Iran unrest claims more lives as new clashes break out


Cars were reportedly torched in Tehran after nightfall on Monday as protesters chanted anti-government slogans in defiance of an appeal for calm by president Hassan Rouhani on Sunday night when he promised more "space for criticism". State media said that armed protesters tried to over-run police stations and military bases.

According to the broadcaster, all three of the deceased were shot with hunting rifles.

It wasn't clear whether the Revolutionary Guard member was the same fatality report late Monday night by Iran's semi-official Mehr news agency.

The towns are all in Iran's central Isfahan province, some 215 miles south of Tehran.

The demonstrations, the largest to strike Iran since a disputed presidential election in 2009, have seen six days of unrest across the country and a death toll of at least 20.

Can protesters drive them out?

The state TV report said an 11-year-old boy and a 20-year-old man were killed in the town of Khomeinishahr, while a member of Iran's paramilitary Revolutionary Guard was killed in the town of Najafabad.

The Iranian government shut down access to social media platform Instagram on Sunday, as well as a popular messaging app, which protesters used to organize.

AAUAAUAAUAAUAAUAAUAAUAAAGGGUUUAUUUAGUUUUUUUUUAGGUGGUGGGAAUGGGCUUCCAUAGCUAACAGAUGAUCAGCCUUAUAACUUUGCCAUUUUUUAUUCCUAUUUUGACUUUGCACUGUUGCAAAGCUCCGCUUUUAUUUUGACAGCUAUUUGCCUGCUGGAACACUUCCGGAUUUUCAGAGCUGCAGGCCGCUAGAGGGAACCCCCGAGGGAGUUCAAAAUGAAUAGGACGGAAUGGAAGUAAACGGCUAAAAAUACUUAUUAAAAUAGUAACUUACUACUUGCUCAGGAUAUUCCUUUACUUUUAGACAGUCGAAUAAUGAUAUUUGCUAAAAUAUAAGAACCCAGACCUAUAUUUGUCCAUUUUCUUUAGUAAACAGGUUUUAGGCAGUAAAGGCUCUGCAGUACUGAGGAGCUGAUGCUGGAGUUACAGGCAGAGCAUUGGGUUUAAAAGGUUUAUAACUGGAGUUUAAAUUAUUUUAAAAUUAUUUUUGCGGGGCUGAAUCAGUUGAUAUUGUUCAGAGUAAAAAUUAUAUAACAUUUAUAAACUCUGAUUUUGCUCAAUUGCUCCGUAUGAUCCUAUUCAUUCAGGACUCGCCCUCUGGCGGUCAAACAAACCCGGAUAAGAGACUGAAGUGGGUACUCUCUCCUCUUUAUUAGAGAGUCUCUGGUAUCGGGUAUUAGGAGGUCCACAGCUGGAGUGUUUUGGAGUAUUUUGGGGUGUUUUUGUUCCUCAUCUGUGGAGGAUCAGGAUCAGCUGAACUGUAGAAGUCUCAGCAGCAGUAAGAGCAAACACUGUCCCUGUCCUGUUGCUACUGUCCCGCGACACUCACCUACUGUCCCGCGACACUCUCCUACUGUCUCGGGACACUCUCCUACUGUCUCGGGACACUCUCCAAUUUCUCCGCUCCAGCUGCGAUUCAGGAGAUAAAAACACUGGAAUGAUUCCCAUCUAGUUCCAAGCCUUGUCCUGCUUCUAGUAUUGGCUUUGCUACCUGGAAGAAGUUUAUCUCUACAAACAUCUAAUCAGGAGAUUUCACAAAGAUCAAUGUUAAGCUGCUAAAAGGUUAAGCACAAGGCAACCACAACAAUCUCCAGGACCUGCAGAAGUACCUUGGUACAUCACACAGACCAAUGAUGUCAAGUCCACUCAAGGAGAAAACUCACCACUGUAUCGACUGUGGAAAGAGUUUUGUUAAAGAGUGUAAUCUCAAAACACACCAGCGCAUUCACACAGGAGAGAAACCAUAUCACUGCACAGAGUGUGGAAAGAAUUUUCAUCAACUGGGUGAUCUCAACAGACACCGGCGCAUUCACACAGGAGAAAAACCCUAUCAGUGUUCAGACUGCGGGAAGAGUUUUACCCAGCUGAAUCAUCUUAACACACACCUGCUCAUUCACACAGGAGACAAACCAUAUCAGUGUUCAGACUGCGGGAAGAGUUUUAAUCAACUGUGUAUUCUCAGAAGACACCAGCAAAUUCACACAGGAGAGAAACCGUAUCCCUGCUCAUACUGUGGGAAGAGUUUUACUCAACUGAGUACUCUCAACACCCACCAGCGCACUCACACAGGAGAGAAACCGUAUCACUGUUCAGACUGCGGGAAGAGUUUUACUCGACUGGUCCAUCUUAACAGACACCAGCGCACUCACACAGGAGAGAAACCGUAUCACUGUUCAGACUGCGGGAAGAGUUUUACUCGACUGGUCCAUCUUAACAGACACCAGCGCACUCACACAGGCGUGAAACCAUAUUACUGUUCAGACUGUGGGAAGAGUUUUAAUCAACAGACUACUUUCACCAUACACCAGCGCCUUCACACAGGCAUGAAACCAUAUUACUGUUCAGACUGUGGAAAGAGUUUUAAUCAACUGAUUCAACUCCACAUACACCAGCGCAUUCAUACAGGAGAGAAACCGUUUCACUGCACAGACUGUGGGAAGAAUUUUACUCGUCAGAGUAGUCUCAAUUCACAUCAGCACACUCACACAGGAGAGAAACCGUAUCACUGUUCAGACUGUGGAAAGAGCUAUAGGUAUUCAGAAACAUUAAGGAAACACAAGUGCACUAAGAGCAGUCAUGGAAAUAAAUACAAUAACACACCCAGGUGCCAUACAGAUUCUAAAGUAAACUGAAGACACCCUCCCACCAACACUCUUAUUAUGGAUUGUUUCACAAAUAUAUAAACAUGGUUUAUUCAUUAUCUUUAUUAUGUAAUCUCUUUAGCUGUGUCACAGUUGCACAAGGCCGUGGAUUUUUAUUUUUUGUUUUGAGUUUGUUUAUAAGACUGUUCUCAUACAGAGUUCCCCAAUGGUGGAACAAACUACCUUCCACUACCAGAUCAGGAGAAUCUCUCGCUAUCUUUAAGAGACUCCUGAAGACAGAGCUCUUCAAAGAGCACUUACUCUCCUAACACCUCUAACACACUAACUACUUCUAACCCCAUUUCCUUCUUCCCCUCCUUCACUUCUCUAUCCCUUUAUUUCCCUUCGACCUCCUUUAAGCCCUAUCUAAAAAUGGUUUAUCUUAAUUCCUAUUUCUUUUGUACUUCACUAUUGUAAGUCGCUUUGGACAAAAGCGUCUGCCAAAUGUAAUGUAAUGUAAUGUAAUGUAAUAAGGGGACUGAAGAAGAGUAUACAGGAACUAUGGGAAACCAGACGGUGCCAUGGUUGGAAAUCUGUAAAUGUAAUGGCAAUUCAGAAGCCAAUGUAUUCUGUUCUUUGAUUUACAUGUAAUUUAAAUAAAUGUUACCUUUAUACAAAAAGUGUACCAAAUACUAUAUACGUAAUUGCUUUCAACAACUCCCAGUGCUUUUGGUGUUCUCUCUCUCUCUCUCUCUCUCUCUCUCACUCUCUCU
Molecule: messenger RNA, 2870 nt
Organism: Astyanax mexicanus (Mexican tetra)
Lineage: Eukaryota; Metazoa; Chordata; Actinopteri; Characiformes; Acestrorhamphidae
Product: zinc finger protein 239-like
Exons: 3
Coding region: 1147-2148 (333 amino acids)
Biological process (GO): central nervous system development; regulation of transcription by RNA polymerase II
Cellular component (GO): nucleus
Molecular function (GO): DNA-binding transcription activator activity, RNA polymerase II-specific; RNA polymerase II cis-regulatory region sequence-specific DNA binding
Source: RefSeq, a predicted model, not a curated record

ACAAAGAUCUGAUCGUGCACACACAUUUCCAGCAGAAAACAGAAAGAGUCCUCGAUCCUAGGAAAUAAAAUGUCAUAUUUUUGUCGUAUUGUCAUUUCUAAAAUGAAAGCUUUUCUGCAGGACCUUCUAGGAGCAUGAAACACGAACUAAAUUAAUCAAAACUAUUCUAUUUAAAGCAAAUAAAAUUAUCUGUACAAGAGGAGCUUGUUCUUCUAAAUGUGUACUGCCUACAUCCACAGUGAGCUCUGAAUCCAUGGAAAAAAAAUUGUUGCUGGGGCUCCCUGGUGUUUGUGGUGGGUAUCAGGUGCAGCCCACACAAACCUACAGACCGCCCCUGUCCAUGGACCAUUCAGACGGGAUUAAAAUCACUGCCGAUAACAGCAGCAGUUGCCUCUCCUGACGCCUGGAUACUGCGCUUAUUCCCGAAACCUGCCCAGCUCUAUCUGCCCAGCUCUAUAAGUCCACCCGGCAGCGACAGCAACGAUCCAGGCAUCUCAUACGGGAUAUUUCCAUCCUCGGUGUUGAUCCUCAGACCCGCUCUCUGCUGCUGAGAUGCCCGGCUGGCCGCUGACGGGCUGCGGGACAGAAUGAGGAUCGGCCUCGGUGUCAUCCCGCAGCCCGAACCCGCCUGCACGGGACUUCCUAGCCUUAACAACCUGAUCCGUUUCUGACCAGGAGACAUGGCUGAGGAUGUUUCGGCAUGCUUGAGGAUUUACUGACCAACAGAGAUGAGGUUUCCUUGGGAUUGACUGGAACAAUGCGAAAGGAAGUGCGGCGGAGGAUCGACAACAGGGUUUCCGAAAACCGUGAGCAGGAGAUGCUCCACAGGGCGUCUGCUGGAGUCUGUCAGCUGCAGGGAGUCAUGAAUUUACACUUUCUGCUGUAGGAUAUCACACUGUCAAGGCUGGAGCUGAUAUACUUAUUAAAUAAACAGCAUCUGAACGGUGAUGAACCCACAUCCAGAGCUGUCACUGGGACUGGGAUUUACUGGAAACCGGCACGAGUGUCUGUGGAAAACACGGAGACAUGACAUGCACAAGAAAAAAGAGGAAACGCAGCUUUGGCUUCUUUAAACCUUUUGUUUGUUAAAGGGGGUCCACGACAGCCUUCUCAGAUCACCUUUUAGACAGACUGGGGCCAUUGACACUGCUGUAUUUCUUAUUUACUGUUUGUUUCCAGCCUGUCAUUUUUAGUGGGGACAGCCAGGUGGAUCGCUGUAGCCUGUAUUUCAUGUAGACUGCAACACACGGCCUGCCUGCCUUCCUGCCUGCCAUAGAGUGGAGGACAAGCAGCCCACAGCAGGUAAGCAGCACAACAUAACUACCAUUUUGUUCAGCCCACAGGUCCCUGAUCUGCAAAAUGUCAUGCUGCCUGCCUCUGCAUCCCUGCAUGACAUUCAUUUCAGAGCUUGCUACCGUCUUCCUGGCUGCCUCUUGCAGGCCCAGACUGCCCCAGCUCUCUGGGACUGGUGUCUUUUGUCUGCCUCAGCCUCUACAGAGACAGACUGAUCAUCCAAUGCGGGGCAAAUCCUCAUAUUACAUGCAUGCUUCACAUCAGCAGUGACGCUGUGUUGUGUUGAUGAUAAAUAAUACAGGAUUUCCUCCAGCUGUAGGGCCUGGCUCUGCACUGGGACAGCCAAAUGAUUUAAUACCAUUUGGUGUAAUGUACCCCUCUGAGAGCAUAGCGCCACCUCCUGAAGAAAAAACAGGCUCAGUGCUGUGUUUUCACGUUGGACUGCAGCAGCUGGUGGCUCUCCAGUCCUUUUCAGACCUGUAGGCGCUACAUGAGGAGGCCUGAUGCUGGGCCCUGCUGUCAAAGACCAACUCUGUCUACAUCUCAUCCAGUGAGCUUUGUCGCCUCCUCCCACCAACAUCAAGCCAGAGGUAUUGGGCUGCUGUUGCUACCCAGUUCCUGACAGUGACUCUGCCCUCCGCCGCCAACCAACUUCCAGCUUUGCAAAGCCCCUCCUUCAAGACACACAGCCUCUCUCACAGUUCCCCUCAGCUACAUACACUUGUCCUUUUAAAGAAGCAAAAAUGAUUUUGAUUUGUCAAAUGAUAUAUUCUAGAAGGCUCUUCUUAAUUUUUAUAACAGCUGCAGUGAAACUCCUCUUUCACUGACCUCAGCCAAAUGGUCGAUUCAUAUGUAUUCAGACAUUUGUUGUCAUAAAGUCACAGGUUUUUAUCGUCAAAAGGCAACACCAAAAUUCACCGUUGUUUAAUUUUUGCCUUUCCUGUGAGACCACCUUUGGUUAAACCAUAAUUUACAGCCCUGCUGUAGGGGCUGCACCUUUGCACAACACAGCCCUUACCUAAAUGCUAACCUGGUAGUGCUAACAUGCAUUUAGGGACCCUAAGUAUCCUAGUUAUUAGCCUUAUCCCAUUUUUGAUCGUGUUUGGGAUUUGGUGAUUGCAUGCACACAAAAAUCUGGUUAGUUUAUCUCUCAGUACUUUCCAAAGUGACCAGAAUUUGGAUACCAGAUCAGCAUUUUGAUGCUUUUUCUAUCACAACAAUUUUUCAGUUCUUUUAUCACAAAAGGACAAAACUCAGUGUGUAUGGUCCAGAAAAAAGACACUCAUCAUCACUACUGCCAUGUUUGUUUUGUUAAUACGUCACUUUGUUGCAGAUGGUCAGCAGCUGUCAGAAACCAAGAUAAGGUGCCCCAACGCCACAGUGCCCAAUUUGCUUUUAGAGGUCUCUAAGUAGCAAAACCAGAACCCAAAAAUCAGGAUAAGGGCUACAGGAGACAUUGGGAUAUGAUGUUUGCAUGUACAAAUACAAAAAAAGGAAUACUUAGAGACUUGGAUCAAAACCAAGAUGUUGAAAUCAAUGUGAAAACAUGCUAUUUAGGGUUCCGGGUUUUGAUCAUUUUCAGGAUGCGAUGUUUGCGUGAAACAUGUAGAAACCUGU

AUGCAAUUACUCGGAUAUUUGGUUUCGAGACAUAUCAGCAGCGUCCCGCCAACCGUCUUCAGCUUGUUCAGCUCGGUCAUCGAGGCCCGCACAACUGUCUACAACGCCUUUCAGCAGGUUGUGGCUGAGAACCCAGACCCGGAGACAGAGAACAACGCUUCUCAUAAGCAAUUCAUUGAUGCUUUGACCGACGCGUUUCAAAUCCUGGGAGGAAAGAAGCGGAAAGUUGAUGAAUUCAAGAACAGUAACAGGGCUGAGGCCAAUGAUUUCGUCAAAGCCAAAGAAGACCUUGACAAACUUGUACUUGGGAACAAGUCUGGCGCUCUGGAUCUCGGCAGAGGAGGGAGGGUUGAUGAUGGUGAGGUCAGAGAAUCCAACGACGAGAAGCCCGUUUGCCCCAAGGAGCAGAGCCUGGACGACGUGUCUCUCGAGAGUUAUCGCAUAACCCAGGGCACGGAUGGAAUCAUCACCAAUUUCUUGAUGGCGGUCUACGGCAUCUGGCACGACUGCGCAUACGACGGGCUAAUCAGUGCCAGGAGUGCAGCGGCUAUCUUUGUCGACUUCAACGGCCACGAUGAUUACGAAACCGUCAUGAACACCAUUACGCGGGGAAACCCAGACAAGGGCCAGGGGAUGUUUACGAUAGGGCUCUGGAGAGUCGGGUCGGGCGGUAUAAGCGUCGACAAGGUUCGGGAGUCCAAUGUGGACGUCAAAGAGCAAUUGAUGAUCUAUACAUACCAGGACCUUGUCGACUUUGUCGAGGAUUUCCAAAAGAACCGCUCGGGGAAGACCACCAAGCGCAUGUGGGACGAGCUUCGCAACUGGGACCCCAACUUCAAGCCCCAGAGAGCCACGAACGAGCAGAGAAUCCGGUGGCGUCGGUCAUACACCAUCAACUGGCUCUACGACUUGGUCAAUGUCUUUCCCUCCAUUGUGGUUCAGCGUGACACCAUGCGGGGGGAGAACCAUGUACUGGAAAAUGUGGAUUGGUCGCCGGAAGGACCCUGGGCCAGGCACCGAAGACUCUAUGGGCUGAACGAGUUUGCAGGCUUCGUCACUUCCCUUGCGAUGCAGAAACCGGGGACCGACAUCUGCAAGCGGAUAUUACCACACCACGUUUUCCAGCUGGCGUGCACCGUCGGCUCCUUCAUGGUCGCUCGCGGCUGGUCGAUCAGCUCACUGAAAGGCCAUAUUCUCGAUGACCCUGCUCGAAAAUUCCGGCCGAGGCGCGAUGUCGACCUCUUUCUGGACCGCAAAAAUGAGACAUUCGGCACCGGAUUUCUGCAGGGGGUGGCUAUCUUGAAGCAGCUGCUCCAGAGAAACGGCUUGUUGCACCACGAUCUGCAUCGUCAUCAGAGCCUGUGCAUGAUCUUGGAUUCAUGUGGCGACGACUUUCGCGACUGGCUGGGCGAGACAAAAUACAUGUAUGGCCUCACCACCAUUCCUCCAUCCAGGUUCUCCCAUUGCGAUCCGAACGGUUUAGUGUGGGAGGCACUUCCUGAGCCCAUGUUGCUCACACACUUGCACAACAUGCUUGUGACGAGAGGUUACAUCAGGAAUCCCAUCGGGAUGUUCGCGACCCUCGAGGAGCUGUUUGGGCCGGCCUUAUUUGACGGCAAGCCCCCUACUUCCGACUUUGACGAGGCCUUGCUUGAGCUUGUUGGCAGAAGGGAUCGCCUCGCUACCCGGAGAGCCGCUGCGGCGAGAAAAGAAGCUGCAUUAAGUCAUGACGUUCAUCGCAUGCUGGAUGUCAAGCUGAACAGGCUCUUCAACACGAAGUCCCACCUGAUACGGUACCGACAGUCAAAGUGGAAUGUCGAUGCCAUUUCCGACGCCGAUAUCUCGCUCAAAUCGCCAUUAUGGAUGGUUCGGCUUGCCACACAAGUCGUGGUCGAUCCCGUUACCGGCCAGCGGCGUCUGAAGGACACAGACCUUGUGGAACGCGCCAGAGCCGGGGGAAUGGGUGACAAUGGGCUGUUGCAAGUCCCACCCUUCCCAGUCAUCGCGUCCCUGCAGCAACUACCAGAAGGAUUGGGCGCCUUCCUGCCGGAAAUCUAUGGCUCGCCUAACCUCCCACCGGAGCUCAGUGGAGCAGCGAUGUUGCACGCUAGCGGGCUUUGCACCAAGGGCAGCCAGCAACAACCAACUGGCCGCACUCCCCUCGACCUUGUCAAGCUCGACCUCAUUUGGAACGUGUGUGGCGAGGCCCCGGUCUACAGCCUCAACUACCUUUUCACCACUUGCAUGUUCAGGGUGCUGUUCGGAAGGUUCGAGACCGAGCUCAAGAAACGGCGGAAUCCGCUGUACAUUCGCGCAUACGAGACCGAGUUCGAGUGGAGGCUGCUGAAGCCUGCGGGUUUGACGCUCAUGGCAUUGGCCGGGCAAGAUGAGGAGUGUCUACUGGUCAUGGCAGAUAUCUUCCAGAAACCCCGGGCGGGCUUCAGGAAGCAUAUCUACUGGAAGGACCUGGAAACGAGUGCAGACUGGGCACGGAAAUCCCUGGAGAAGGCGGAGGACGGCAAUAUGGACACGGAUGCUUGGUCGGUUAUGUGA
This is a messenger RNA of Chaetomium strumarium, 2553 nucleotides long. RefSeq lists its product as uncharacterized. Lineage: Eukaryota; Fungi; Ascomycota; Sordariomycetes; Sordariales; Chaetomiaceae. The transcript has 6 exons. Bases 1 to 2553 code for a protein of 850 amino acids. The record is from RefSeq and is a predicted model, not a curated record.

Israel's assessment also claims that protesters are now also demonstrating against Iran's support for Syria and its backing of Lebanon's Hezbollah and Yemen's Houthi rebels, Channel 10 reported.

He tweeted yesterday: 'The great Iranian people have been repressed for many years. They are hungry for food & for freedom.

Police arrested a number of demonstrators who were trying to damage public property in the gatherings.

He warned that Iran will use its right to reciprocate the enemies' hostile moves in a way that they will regret their deeds.

Iran's intelligence ministry released a statement saying "instigators" have been identified "and will be dealt with seriously soon".

'We regret the loss of life that has occurred in the protests in Iran, and call on all concerned to refrain from violence and for global obligations on human rights to be observed, ' he said.

Rouhani, a moderate force among Iranian hardliners, came to power in 2013 promising to mend the economy and ease social tensions, but high living costs and a 12 percent unemployment rate have left many feeling that progress is too slow.

Iran's economy has improved since the nuclear deal, which saw Iran agree to limit its enrichment of uranium in exchange for the end of some global sanctions.